Yes, there is all-to-all communication in the vote phase, and that has some cost associated with it. But that also serves to strengthen the resilience of the protocol and makes it easy to rotate the leaders. Since every node gets all the votes, the leader does not need to conclude/teach/finalize anything to the other nodes; each node can do that itself.

Another thing that helps with resilience is that Streamlet performs consensus on chains rather than individual consensus instances. The big idea in Streamlet is that the chain matters and should be leveraged. Unlike PBFT and its derivatives, which treats each consensus instance isolated and independent of each other, Streamlet leverages the chain structure that links consensus instances to each other. Here consensus on one block is also vote for the previous blocks in the chain. That means even though a block does not get notarized, say because of leader failure before reaching enough nodes, that block can later be grandparented in to finalization when a chain including it gets notarized with three consecutive blocks at its end.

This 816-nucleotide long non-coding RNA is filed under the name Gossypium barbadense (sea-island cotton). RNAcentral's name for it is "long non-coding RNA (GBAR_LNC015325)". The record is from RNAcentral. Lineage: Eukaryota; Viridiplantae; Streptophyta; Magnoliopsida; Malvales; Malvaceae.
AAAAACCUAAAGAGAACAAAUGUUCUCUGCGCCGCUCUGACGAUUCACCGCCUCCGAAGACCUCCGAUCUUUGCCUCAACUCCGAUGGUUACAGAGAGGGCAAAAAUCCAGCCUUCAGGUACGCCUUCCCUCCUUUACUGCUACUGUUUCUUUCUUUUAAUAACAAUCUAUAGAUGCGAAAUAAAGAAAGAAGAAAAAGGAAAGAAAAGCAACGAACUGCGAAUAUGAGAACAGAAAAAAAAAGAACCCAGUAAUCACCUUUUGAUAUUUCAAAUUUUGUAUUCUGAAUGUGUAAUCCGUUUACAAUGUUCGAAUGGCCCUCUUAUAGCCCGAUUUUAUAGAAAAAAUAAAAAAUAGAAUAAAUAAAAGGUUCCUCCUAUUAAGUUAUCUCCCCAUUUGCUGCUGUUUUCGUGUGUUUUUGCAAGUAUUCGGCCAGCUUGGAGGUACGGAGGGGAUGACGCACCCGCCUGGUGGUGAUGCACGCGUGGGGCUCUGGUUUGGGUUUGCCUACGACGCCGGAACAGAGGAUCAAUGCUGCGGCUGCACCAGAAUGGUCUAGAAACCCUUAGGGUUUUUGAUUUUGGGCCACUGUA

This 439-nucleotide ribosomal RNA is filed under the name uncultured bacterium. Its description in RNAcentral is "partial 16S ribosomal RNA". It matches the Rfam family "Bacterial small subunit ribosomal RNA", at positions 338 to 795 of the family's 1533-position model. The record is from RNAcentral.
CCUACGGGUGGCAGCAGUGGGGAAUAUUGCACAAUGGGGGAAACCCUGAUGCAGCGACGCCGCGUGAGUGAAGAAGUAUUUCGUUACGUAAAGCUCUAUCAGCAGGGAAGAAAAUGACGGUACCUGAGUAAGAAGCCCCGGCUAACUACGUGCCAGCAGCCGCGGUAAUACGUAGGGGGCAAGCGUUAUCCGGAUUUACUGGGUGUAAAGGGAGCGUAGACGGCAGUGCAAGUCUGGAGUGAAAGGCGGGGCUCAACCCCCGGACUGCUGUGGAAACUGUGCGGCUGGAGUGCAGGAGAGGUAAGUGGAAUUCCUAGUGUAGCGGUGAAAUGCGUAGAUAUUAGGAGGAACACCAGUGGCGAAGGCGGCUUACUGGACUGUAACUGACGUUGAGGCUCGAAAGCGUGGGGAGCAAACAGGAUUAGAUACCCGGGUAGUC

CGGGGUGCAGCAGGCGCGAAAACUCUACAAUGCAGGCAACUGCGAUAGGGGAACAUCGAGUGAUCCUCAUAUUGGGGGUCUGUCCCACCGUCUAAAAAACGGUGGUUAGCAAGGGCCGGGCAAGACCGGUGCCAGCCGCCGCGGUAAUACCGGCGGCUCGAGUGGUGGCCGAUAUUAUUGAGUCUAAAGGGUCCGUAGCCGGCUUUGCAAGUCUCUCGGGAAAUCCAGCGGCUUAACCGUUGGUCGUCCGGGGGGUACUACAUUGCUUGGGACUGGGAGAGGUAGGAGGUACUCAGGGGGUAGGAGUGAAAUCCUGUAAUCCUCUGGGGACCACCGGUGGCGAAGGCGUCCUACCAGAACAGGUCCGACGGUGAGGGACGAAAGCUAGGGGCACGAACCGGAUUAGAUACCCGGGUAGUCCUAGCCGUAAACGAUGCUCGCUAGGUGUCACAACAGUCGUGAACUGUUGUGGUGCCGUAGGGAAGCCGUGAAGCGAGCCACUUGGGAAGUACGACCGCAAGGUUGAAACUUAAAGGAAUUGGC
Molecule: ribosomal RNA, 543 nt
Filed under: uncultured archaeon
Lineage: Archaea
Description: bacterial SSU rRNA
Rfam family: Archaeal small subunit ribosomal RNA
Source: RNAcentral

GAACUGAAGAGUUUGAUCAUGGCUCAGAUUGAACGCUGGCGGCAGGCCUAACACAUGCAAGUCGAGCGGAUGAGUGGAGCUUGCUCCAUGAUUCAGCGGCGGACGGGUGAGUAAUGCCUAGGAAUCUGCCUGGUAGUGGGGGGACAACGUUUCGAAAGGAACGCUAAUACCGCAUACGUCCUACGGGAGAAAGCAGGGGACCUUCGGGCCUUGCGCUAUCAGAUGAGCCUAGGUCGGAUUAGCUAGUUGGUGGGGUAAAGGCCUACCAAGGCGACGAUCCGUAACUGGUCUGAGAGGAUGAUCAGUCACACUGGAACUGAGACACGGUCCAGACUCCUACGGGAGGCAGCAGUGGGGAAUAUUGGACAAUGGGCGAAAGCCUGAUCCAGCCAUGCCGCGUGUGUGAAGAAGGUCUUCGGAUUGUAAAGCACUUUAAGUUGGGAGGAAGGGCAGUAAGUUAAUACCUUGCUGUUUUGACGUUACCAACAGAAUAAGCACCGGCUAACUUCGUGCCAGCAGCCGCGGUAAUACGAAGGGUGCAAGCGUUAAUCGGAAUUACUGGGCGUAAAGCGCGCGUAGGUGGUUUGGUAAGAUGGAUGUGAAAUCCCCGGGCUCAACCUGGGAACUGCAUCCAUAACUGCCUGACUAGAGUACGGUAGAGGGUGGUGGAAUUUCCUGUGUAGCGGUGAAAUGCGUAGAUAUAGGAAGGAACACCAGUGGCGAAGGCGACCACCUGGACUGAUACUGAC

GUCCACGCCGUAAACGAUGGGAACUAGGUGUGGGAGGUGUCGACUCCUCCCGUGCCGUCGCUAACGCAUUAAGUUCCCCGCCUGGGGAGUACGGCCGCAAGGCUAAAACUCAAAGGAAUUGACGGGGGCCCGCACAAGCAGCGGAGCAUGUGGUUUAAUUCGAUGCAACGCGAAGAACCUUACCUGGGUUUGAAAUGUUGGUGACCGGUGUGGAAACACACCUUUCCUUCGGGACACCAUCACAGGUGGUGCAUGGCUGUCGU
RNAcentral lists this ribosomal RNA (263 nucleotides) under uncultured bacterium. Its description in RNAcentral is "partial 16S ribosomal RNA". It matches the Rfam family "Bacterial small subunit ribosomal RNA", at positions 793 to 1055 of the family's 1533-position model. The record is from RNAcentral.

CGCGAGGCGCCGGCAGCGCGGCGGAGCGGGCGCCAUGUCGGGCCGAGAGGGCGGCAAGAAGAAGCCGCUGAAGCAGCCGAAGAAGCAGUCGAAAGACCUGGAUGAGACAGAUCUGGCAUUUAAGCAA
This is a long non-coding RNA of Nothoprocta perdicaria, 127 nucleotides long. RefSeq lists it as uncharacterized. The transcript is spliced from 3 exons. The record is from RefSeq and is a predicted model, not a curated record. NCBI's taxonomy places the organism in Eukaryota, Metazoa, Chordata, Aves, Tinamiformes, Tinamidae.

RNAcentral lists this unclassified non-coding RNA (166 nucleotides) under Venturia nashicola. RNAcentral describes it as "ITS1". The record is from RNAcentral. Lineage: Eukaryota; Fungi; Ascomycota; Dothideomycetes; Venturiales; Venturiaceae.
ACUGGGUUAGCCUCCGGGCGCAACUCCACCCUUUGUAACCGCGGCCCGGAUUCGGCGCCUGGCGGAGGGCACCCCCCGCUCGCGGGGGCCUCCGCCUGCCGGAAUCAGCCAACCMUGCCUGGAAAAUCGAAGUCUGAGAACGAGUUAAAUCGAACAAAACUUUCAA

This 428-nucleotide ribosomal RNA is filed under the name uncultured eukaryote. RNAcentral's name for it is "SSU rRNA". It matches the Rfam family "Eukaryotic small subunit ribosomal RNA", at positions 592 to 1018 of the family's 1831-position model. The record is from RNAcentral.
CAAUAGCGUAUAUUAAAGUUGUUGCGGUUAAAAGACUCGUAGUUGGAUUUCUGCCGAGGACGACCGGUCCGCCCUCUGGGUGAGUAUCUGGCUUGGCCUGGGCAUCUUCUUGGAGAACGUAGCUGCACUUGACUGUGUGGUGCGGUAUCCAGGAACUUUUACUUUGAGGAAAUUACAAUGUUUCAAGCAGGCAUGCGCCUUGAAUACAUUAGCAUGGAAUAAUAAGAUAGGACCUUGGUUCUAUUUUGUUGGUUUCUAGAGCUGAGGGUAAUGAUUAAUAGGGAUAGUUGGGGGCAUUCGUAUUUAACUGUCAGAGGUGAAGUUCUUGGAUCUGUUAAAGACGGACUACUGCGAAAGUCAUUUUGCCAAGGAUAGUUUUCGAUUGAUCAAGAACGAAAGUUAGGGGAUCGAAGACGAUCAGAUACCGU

OK, let's now check how the protocol behaves in a partially asynchronous system, where the synchronization assumptions can be violated temporarily. In Figure 1, we see that forks can develop in the absence of synchrony, but according to the finality rule the prefix of the top chain up to the epoch-6 block is considered final. If we had synchrony it wouldn't be possible to have forks, because if 2/3 of the nodes authorize epoch 1 block, they would not be OK with authorizing epoch 2 block linking to the origin block after that. But without the synchrony assumptions, it is possible for both blocks to be proposed without notarization at first and then make progress toward notarization concurrently. That means, epoch 1 block was not notarized when epoch 2 block was added. The leader of 2 did not see 1 notarized (or it could also be that the leader of 2 was Byzantine and ignored it). The notarizations reached to the nodes about 1 and 2 later on. And the same thing happened with epoch 3 and 5 blocks. Even if we required that the nodes vote to epochs in increasing order, and refuse to vote for a lower epoch number block after voting for a higher epoch numbered block this scenario would still be possible. Distributed systems is hard, let's go train neural networks.

The paper includes a proof of why after 5,6,7 is notarized it is impossible to have the other fork to survive. It is an easy to follow proof... again relative to the distributed systems standards.